Ghanaian recycling sector empowered through study tour to India

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Ghanaian recycling sector empowered through study tour to India

Ten Ghanaian recycling companies, along with representatives from the public sector, recently participated in a study tour to Bengaluru and New Delhi, 's renowned electronic waste (e-waste) hubs. Organized by the German Cooperation (GIZ) in collaboration with the Ministry of Environment, Science, Technology & Innovation (MESTI), the week-long tour aimed to enhance Ghana's recycling sector and foster strategic partnerships between and Ghana.

E-waste is recognized as the fastest-growing waste stream globally, amounting to 62 million tonnes annually from electrical and electronic equipment. Despite Ghana not being a major producer of electronic goods, the country faces the challenge of establishing a comprehensive recycling system due to increased imports of used equipment.

In response to this challenge, the German Ministry for Economic Cooperation and Development (BMZ) initiated the “Programme for Sustainable Disposal and Recycling of Electronic Waste” in partnership with GIZ Ghana and MESTI in 2016. This program focuses on strengthening Ghana's private sector and addressing critical issues such as infrastructure, technology, and sustainable business models.

As part of efforts to stimulate innovation and collaboration, the E-Waste Programme organized the study tour to India, inviting ten recyclers and four public sector delegates. India, with its extensive e-waste recycling industry, provided invaluable insights and opportunities for cooperation.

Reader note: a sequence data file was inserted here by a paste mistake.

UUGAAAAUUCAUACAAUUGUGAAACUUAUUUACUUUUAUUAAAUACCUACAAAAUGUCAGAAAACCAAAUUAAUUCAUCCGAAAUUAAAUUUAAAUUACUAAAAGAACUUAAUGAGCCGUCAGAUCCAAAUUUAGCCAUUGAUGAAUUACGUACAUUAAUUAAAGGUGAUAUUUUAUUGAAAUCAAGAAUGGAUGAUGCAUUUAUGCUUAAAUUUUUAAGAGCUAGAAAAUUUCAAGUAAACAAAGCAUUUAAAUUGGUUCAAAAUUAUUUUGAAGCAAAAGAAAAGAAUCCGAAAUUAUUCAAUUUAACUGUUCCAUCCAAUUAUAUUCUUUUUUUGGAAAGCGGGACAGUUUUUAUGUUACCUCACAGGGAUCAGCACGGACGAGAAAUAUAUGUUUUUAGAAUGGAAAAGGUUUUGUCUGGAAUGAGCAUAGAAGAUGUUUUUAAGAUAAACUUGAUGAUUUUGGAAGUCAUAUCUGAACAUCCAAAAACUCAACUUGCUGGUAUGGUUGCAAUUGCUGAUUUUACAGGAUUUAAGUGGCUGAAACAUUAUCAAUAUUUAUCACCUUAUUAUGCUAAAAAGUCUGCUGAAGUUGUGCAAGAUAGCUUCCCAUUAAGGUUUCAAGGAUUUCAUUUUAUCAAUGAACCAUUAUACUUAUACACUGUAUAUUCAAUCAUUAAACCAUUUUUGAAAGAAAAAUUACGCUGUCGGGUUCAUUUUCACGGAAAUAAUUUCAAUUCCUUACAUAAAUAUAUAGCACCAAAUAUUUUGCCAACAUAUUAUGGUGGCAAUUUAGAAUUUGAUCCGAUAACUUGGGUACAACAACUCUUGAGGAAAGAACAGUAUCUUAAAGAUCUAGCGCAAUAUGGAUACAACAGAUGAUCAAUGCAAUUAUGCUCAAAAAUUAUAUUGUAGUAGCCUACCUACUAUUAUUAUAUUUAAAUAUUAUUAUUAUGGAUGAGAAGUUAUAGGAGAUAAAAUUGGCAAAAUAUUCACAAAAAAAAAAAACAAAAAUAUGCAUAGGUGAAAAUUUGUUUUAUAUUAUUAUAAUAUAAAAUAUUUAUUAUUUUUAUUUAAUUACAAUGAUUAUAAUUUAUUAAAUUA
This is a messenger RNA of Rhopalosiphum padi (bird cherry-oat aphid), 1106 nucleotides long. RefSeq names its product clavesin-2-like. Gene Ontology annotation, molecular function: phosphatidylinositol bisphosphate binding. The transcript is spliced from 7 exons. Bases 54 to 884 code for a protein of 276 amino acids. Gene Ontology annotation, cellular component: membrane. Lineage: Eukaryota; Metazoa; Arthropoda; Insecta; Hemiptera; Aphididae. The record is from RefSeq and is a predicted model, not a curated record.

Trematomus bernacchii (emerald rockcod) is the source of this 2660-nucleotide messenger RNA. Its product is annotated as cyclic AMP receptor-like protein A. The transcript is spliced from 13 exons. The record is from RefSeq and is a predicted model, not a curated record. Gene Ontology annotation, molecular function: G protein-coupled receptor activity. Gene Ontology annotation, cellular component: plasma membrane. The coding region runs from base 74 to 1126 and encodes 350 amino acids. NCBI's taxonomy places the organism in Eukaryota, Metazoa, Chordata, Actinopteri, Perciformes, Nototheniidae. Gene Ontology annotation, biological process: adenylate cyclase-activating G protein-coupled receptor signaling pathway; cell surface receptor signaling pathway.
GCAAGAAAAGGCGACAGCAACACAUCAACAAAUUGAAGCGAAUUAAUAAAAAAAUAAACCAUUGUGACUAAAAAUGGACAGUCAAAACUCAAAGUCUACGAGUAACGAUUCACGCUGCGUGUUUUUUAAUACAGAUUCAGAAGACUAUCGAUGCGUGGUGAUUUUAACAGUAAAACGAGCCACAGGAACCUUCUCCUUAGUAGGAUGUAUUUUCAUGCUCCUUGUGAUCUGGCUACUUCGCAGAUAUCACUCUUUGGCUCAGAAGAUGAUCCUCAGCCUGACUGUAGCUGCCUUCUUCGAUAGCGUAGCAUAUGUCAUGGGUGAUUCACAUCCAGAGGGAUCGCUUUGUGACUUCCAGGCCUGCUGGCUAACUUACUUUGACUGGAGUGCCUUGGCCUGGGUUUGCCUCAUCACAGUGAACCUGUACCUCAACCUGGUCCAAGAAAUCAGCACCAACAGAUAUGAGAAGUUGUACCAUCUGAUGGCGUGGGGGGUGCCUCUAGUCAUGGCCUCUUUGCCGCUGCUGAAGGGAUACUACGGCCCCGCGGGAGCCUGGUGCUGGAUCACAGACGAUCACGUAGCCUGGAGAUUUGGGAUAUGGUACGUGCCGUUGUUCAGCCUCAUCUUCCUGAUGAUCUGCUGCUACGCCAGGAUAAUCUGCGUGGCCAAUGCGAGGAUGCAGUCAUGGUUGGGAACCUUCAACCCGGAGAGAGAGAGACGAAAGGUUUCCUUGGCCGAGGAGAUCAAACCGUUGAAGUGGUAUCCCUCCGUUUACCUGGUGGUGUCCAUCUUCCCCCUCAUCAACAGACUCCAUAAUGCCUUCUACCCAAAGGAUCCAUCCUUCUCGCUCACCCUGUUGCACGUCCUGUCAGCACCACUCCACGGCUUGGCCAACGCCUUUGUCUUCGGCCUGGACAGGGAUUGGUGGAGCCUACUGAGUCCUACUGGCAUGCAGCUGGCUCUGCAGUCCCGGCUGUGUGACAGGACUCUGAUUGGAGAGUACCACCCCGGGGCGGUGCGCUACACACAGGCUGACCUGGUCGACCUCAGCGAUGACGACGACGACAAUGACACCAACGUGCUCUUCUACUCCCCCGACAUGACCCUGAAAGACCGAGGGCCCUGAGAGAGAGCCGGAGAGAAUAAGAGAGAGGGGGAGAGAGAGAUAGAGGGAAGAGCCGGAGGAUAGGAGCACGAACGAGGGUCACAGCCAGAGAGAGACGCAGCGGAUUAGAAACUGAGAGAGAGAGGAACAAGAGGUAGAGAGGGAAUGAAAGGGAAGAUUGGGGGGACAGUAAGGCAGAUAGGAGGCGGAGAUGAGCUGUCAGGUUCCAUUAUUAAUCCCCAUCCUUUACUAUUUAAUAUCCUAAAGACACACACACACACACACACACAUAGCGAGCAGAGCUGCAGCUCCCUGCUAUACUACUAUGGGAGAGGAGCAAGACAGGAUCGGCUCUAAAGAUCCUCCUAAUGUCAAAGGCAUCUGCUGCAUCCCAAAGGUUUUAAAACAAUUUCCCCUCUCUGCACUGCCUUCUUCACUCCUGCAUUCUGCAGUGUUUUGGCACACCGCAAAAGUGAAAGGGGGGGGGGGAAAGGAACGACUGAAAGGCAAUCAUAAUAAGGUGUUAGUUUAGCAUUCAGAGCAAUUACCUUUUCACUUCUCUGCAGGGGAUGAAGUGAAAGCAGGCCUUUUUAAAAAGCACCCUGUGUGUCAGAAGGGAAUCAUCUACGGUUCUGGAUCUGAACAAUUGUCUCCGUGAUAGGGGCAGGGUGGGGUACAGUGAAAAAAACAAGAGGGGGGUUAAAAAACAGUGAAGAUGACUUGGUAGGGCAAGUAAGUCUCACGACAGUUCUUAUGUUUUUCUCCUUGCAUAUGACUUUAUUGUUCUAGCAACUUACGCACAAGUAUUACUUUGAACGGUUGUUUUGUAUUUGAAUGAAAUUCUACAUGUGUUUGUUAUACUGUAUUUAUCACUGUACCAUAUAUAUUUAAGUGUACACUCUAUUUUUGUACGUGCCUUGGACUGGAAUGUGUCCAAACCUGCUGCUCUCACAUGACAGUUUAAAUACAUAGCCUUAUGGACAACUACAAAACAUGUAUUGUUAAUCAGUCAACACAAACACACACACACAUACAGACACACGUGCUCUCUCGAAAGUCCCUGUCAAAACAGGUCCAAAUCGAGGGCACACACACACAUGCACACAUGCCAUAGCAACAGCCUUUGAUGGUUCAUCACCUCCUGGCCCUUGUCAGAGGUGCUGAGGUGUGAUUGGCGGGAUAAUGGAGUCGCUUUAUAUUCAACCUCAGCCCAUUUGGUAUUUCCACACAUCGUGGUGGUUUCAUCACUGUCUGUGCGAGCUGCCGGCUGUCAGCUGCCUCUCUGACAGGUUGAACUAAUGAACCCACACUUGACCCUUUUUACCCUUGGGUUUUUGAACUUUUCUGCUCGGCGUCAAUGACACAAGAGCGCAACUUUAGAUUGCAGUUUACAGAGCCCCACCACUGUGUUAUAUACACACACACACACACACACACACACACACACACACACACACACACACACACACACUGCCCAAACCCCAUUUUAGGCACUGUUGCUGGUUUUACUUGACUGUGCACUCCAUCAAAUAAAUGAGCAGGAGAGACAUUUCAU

During the tour, participants visited major recycling facilities such as Greenscape Eco Management, Lohum, and E-Parisaara, as well as SMEs like Vans Chemistry and Ecowork. Discussions centred around recycling procedures, technology options, training programs, and funding mechanisms.

Recyclers who participated in the tour, such as Vivian Ahiayibor of City Waste Recycling, highlighted the enlightening experience of witnessing Indian recyclers' ingenuity in addressing sector challenges.

The program concluded with a workshop at New Delhi's O.P Jindal Global University, where e-waste experts, public and private sector representatives, and law students discussed the role of associations in driving industry interests.

Gilbert Odjidja, President of the Ghana E-Waste Recyclers Association (EWROTA), emphasized the need for Ghanaian recyclers to amplify their voices in industry dialogues, drawing inspiration from India's private sector-driven e-waste system.

Upon their return, the participants expressed eagerness to implement solutions and forge partnerships to address e-waste management challenges in Ghana. The study tour coincided with the release of the latest Global E-Waste Monitor, underscoring the urgency of effective electronic waste management.

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